The excitement was high for the British Olympic Marathon Trials and the athletes, and the course, did not disappoint.
Firstly, a doff of the cap to Tom Bedford and his Richmond Run Fest team for putting on a competitive and exciting event in Kew Gardens. In what could have been a thankless task, the organisers constantly gave the competitors confidence the race would be going ahead in a COVID time and it would be as fast a course as they could put on. They certainly delivered.
The early race saw two lead pace groups, a slightly bigger contingent for the ladies, but both behind pace makers set on Olympic Qualifying time. As ever the war of attrition that is the marathon saw lots of athletes looking comfortable early on, certain athletes strangely described by commentators as “the right shape for marathons”, others struggling, but still early doors.
The excitement, as ever, didn’t start until a bit later on. And wow, did it the excitement come.
Movers and shakers start to appear
Just before 90 minutes pre-race favourite Steph Davis broke away from the pack of female contenders and looked very comfortable doing so. With a few more miles of pace making left, the Clapham Chaser tucked in behind Josh Grace and Kevin Quinn and quickly moved 10-15 seconds ahead of the chasers.
“The rest of the women are out of sight” exclaimed Mara Yaumachi as we saw Davis make the most of windbreak the two pacemakers provided for as long as possible, with one staying until the final lap.
In the mens race, pace makers Callum Hawkins and Jake Smith took a group of four clear, with Dewi Griffiths, Ben Connor, Mo Aadan and Chris Thompson clicking away at the front. Thompson, fell back from that pace just before the halfway mark. Debutant Aadan liked like he was hanging on to the group from the start, but actually sat in the same spot for many miles to come.
When Hawkins stopped just before 30km, it was Dewi Griffiths who came to the front after 1:40 of racing. All three, with Connor and Aadan still on Griffith’s heels, were fighting for only two spots. If all three broke the 2:11:30 barrier it would be heart break for the third to cross the line.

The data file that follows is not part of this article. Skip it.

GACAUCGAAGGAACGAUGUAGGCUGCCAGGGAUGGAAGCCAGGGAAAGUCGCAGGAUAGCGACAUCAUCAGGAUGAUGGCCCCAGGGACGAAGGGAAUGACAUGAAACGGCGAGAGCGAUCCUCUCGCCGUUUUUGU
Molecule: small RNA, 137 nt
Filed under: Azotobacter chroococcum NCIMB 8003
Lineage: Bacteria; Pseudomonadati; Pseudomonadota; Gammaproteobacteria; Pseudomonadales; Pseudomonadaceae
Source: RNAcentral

Changes at the blink of an eye
Then all of a sudden we jumped back to the men and EVERYTHING had changed. Somehow Chris Thompson was back on the front and the super comfortable Griffiths was off the back by a few seconds. For a second we wondered if Thommo had stopped for a poo in the Japanese Gardens and popped back out a lap later, but the experienced GB athlete was back at the head of the race and looking fantastic.
It was a 15:30 split from 30-35km for Thompson that saw him gain back 35 seconds on Aadan and Connor, but also 55 seconds on Dewi Griffiths and then surge past the group again. Aadan still chasing hard with Connor on his heels, neither could do anything to stop the ON Running athlete breaking away further.
The women’s race, inside the last 10km, was a one athlete show. Steph Davis was 1:27 ahead of Natasha Cockram, 1:50 ahead of Sarah Inglis and cruising.
Thommo on a mission
Coming into the final lap, Thompson was surging, 21 seconds ahead of the two chasing. The pace he was going it looked like the 27 min 10,000m had just been warming up for the final 12.2km. 2:10 looked off the cards, but the 39 year old was really pushing for the final section to get under the qualifying time. You couldn’t help but cheer him on. Go on Chris!
The excitement around second place still remained with the pace slowing, but Ben Connor only needed to finish second to get his spot on the team. Mo Aadan needed the time and the second place, but it will be difficult to imagine who Jonny Mellor will be cheering on at this point.
Thompson storms to a 2:10:50 Olympic Marathon Trial win. His delight is clear for all to see and the emotion is high even watching. You cannot help but be delighted for the hard working distance man.
Ben Connor then comes around the final bend around 2:12:06, just a handful of seconds of Mo Aadan (2:12:20), who ran a wonderful debut. Connor had a job to do on the day and completed it fantastically. Griffiths came in around 2:13:30
Davis racing to the finish
As we publish the men’s result, Davis is still way ahead and still paced in the final section. The last lap is solo, but Davis still looks super comfortable and within herself as she charges round for a 2:27:15. Spectacular run and new PB.
Natasha Cockram, a couple minutes behind in 2:30:02, looks like she would miss the Olympic Qualifying time and her second place would’t be enough to secure her place on the plane to Tokyo. Piasecki, Purdue and Twell will now await the decisions of the selection meeting before making summer holiday plans.
Third spot went to Rosie Edwards, with a nine minute personal best, just overtaking two runners, Bec Gentry and Clara Evans, who seemed to have personal pace makers in Dan Jarvis and Nick Bowker all the way to the finish.
- Chris Thompson – 2:10:52
- Ben Connor – 2:12:06
- Mo Aadan – 2:1220
- Dewi Griffiths – 2:13:42
- Joshua Griffiths – 2:15:08
- Robbie Simpson – 2:15:26
- Andrew Davies – 2:15:50
- Frank Baddick – 2:15:58
- Ian Lietch – 2:17:26
- Nigel Martin – 2:18:09
- Steph Davis – 2:27:16
- Natasha Cockram – 2:30:03
- Rosei Edwards – 2:31:56
- Rebecca Gentry – 2:32:01
- Clara Evans – 2:32:42
- Sarah Inglis – 2:34:09
- Naomi Michell – 2:37:50
- Becky Briggs – 2:38:58